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Feminist punk group Pussy Riot members, Nadezhda Tolokonnikova, right, Maria Alekhina, center, and Yekaterina Samutsevich sit in a glass cage at a court room in Moscow, Russia, Friday, Aug. 17, 2012.
The Riot has been silenced.
Maria Alyokhina and Nadezhda Tolokonnikova, two members of Russian all-girl punk band Pussy Riot, have been sent to prison after a judge upheld their two-year sentences for hooliganism motivated by religious hatred, Reuters reports.
A third member, Yekaterina Samutsevich, was given a suspended two year-sentence earlier this month and set free after appealing her conviction.
The trio were arrested in March after they stormed a Russian Orthodox church to perform a punk prayer "protest song" that blasted the religion's ties to Russian president Vladimir Putin.
Samutsevich's conviction was later overturned after a court determined that the 30-year-old was stopped by a guard and never made it to the church stage where the band's other members had performed. (The other two members of the five-woman group have since fled Russia.)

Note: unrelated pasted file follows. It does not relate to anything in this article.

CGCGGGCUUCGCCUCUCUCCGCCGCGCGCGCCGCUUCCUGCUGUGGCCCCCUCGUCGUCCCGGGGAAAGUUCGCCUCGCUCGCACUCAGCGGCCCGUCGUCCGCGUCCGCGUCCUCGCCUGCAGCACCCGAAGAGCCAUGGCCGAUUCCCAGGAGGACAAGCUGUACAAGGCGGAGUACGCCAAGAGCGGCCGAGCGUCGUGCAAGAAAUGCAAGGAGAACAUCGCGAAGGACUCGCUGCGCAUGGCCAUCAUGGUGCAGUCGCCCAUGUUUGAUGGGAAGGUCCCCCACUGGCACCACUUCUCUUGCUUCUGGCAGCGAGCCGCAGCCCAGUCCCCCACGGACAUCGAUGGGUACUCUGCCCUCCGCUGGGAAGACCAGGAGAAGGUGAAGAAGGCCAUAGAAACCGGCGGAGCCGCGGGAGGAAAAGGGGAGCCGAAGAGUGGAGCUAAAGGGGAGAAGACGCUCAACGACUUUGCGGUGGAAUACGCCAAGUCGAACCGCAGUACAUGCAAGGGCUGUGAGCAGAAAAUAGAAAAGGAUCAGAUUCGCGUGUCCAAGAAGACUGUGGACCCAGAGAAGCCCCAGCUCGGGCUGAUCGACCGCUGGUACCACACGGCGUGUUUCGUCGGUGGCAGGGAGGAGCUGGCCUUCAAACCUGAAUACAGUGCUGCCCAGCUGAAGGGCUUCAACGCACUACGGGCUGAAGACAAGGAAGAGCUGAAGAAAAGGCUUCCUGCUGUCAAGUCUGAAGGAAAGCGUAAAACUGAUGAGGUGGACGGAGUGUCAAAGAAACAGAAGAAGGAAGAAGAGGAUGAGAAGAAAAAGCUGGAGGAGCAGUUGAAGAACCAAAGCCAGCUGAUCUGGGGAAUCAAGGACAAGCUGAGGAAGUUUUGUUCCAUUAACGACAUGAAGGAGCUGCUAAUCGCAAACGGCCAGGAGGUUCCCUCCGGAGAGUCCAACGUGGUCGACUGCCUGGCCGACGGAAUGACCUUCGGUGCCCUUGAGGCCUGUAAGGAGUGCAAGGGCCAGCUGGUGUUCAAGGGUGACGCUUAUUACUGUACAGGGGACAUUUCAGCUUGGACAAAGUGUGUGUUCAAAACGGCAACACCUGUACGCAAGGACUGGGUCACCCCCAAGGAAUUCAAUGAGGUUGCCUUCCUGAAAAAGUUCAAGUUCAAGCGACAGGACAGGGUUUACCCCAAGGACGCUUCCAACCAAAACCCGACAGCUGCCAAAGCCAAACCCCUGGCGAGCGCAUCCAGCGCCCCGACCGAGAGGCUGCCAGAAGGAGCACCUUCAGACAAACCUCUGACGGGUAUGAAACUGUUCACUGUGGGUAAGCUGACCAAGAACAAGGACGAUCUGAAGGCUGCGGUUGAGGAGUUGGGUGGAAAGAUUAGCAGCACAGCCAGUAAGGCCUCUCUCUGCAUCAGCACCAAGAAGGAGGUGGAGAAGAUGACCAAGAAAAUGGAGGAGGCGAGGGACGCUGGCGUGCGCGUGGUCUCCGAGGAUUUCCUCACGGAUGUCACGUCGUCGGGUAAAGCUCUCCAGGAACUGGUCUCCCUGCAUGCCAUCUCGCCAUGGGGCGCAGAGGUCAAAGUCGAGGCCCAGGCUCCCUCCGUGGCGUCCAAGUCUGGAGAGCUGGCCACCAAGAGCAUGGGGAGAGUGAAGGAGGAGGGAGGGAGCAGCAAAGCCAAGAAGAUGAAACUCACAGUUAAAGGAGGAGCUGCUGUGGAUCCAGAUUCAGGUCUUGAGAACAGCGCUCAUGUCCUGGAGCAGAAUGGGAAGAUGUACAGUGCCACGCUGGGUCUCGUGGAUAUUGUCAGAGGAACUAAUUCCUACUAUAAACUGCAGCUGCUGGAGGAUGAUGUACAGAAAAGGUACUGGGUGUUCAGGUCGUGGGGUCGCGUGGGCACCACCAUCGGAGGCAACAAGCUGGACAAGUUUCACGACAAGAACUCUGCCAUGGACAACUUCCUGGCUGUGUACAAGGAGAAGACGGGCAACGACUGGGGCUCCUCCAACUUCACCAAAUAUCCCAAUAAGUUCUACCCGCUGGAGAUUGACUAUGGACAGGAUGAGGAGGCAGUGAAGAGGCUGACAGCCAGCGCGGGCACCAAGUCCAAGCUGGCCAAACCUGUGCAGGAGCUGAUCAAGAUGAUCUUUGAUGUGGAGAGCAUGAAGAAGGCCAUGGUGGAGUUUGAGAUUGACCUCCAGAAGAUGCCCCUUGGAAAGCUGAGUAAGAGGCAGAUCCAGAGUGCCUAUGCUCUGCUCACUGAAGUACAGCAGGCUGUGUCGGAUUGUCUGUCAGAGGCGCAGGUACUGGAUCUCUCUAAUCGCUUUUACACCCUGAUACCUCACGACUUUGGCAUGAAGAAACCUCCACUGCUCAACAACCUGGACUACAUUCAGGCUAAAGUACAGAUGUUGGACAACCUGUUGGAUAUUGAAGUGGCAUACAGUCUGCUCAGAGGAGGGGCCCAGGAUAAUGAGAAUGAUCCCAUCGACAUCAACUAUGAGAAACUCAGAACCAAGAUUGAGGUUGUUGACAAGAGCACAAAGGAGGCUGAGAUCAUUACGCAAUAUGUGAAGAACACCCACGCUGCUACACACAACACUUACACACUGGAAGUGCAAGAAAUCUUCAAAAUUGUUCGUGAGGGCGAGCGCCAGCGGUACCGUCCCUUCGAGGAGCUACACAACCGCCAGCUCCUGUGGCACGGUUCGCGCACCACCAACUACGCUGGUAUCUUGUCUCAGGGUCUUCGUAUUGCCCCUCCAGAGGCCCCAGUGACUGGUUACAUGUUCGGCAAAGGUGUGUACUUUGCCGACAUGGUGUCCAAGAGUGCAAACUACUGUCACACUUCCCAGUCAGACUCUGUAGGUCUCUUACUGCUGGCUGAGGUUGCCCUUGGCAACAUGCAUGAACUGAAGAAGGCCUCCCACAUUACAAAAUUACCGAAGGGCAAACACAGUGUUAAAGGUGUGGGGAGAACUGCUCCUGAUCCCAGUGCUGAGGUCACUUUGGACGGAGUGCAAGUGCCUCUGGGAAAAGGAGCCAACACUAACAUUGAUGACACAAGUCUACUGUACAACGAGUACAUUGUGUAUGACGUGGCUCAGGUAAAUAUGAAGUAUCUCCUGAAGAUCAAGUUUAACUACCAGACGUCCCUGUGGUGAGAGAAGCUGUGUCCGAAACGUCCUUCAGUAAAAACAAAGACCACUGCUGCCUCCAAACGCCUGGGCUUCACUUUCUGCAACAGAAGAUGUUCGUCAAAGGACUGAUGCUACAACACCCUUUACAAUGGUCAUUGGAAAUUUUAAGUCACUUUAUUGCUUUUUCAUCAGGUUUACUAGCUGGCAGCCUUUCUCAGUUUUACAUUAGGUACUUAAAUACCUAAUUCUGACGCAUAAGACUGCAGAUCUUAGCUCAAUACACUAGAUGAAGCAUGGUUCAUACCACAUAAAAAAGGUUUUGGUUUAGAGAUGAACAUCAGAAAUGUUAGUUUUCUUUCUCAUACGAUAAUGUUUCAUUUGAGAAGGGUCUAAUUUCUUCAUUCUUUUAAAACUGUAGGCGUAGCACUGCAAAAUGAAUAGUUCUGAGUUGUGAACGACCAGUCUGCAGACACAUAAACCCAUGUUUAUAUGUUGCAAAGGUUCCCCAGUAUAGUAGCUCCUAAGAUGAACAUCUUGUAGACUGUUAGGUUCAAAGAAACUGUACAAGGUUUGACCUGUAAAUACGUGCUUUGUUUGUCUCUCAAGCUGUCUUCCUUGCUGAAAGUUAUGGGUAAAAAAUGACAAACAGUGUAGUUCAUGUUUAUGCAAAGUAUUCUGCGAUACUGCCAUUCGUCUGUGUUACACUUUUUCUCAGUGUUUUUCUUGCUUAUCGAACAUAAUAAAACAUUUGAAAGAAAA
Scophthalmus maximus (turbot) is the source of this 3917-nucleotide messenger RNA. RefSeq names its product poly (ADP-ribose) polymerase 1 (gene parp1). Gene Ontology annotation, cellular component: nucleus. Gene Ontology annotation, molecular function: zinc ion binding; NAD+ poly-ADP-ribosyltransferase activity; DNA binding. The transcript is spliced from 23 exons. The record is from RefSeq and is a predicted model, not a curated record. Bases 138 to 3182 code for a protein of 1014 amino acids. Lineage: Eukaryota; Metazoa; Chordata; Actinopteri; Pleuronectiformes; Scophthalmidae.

Attorneys for Alyokhina, 24, and Tolokonnikova, 22, reportedly argued that both women, who had been detained in Moscow, should be allowed to serve their time in the Russian capital in order to be near their young children.
However, a lawyer for the women said that both had been dispatched to far-off prisons and that he did not yet know their exact whereabouts. According to unsubstantiated reports, Tolokonnikova had been sent to a prison 300 miles from Moscow, while Alyokhina had been taken to a facility about 700 miles away.
The band members' arrest and subsequent conviction has galvanized activists across the world, who decried the move as an affront to democracy and a violation of human rights. The group has since racked up a bevy of vehement high-profile supporters, including Madonna, Paul McCartney and Sting.